By good fortune for the pessimists, a small sub-group of relatively modest UK and US research institutions had been developing their specialism investigating the recent history of global temperature change and the role of CO2 and other atmospheric gases in regulating the climate. Bring them together with a group of savvy and articulate politicians of the (mainly) left, establish a UN panel with the remit of winnowing out of the scientific literature anything which supported the CAGW position and marginalised anything that challenged it, and the Trojan Horse was assembled.
The attack came on two fronts: first the CAGW narrative had to be sufficiently persuasive to win over those scientists whose research, no matter how tangential to the central thesis, would give it added credibility. With this a claim of ‘scientific consensus’ could be established supported by the various scientific bodies who in one way or other act as mouthpieces for the scientific community. Second, the political agenda had to be captured. In this the pessimists were aided by another social and political change.
Across the major economies, politicians had found it increasingly difficult to relieve their populations of their cash. The old approaches to the taxation of income were no longer viable – so called ‘progressive’ taxation and the ‘welfarism’ it supported were becoming very unpopular. Politicians, who by and large are a pragmatic lot, had to find ways of relieving us of our cash by stealth. In the UK, for example, hundreds of tax wheezes were invented to raise taxes in ways the political class hoped would go unnoticed. Furthermore, stealth taxes are much harder to avoid – no accountant or tax lawyer can reduce the tax you pay when you buy a new TV, fill your car with fuel or buy an airline ticket. So the last 20 years have been characterized by a search for new ways to relieve us of our money. In CAGW, the scientific and moral argument could be made for the ultimate stealth tax. Use energy and we will tax you.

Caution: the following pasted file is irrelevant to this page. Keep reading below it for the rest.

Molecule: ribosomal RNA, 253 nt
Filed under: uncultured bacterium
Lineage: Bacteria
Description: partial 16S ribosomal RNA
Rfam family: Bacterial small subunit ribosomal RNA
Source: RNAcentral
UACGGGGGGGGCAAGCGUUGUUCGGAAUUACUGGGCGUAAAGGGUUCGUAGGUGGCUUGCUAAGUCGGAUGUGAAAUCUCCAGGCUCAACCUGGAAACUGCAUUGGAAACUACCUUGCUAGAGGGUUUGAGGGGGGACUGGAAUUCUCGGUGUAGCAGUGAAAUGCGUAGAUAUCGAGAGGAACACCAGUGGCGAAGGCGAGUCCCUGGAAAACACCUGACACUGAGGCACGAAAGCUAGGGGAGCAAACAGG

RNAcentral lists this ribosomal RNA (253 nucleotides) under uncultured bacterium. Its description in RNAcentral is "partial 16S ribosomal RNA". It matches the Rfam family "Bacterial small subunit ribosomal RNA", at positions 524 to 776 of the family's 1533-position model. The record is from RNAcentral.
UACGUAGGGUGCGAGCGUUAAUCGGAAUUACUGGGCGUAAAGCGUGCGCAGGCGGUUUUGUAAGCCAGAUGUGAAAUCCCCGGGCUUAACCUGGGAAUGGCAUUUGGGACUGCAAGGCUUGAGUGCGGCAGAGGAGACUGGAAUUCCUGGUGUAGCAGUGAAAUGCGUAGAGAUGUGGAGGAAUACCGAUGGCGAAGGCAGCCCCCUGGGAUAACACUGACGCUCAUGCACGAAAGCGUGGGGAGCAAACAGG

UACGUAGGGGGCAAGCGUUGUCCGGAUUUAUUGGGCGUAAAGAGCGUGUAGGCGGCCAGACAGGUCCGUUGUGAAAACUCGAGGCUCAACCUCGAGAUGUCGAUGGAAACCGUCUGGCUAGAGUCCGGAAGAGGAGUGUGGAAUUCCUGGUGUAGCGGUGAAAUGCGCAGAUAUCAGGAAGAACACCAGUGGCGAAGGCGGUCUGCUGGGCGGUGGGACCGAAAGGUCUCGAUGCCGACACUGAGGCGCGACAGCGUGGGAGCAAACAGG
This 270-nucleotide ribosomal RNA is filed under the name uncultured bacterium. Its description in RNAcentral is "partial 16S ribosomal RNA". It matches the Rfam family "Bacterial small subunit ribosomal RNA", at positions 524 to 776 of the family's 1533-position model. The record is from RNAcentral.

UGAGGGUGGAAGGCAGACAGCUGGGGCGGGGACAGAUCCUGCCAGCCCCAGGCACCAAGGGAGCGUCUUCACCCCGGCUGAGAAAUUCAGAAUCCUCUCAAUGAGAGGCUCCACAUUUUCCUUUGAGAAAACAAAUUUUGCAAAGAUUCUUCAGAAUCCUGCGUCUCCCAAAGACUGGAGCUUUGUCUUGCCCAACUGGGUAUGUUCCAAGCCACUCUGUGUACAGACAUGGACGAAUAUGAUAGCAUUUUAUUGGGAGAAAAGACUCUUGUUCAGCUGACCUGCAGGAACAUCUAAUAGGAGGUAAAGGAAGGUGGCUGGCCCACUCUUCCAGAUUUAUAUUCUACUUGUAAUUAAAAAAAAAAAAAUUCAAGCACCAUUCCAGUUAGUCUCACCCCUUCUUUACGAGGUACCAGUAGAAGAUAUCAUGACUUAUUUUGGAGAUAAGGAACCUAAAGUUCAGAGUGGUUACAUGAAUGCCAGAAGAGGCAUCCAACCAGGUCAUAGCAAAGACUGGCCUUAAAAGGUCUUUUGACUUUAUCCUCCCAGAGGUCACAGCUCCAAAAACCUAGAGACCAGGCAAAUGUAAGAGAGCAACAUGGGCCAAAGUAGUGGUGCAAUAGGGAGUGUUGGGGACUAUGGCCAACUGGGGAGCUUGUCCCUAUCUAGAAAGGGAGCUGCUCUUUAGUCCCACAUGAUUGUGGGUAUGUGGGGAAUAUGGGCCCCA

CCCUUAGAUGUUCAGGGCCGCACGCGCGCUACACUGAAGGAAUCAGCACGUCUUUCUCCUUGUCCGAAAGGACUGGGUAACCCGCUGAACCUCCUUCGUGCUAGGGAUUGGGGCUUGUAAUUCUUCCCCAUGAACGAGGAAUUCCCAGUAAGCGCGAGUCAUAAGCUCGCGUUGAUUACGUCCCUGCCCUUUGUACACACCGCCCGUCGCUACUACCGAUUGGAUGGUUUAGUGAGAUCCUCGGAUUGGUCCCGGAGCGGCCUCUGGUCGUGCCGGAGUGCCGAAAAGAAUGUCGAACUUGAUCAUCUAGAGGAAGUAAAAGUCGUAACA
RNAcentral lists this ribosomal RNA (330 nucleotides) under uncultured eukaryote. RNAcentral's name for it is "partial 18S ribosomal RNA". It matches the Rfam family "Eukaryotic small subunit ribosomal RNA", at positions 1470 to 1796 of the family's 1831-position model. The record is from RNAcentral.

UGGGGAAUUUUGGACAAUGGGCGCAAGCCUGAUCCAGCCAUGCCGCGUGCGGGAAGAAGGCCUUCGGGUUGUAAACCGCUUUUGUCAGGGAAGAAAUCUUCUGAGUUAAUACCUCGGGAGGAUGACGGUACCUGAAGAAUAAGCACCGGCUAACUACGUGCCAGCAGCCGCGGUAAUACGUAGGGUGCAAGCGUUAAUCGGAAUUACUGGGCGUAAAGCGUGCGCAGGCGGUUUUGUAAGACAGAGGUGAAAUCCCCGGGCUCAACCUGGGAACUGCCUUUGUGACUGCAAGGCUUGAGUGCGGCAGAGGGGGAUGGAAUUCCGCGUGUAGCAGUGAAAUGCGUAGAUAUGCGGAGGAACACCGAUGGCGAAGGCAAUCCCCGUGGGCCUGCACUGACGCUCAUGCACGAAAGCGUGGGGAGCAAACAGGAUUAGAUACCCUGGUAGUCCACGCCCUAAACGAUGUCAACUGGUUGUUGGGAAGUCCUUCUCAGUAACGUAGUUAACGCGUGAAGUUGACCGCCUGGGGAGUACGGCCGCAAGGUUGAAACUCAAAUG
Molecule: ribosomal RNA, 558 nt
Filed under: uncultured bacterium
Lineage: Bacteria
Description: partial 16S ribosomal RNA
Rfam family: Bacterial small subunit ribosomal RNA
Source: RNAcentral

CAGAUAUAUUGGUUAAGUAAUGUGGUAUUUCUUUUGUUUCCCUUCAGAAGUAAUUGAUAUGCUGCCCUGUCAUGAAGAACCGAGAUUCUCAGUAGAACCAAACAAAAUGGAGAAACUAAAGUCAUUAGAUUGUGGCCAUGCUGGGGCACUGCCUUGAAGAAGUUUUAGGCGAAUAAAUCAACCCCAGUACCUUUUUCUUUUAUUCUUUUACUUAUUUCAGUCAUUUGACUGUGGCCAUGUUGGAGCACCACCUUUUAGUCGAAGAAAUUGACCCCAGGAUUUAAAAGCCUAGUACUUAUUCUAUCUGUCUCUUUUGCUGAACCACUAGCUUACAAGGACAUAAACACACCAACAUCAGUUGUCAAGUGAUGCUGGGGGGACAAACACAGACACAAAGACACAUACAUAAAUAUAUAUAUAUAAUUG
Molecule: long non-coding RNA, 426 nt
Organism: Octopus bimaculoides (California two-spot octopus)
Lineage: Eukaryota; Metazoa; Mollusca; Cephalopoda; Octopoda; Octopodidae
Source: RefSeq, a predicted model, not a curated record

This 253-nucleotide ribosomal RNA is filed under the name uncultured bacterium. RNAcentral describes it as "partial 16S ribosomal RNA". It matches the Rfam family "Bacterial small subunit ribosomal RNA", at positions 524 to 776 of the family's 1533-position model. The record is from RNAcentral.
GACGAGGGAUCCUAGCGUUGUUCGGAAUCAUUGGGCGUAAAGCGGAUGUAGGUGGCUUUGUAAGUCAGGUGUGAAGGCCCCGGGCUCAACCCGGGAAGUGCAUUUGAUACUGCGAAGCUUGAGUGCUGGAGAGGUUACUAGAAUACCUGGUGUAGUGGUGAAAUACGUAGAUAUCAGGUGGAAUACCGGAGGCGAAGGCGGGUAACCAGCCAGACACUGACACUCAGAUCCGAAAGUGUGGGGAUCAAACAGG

And so we have it: a potent brew of political fundamentalism, fiscal expediency, social anxiety, uncertain science and huge vested interests. I do not think science can now resolve the debate about global warming. It is not that the science is of no consequence – it has simply been marginalised in the much bigger social and political debate that is underway. Scientists are highly specialised, discoveries come in bits and the knowledge gained is provisional. For the young working scientist cracking the next problem and publishing the result is the main priority. They will interpret the significance of what they discover, just like the rest of us, according to their underlying beliefs about the way the world works. But as far as the bigger picture is concerned their views are no better than anyone else’s.
The positive message is that the tide is now beginning to turn against the pessimists. Climategate and all that went with it gave hope to those arguing against the CAGW orthodoxy. But in the end the revelations were not conclusive. What is and will be conclusive is the fact that the climate is simply not playing ball. The balmy climate of the last 50 years may be coming to an end. Global temperatures appear to have steadied over the last ten year, the rate of increase in sea level is slowing and across the planet things are not quite going the way the prophets of doom would have us believe. It is not decisive yet but in 5 years it might well be, and as further good quality research establishes the role of other forcings in climate change the pessimists will have to look for another outlet for their world view. But be of no doubt – they will. The battle will be reengaged but next time on a different stage.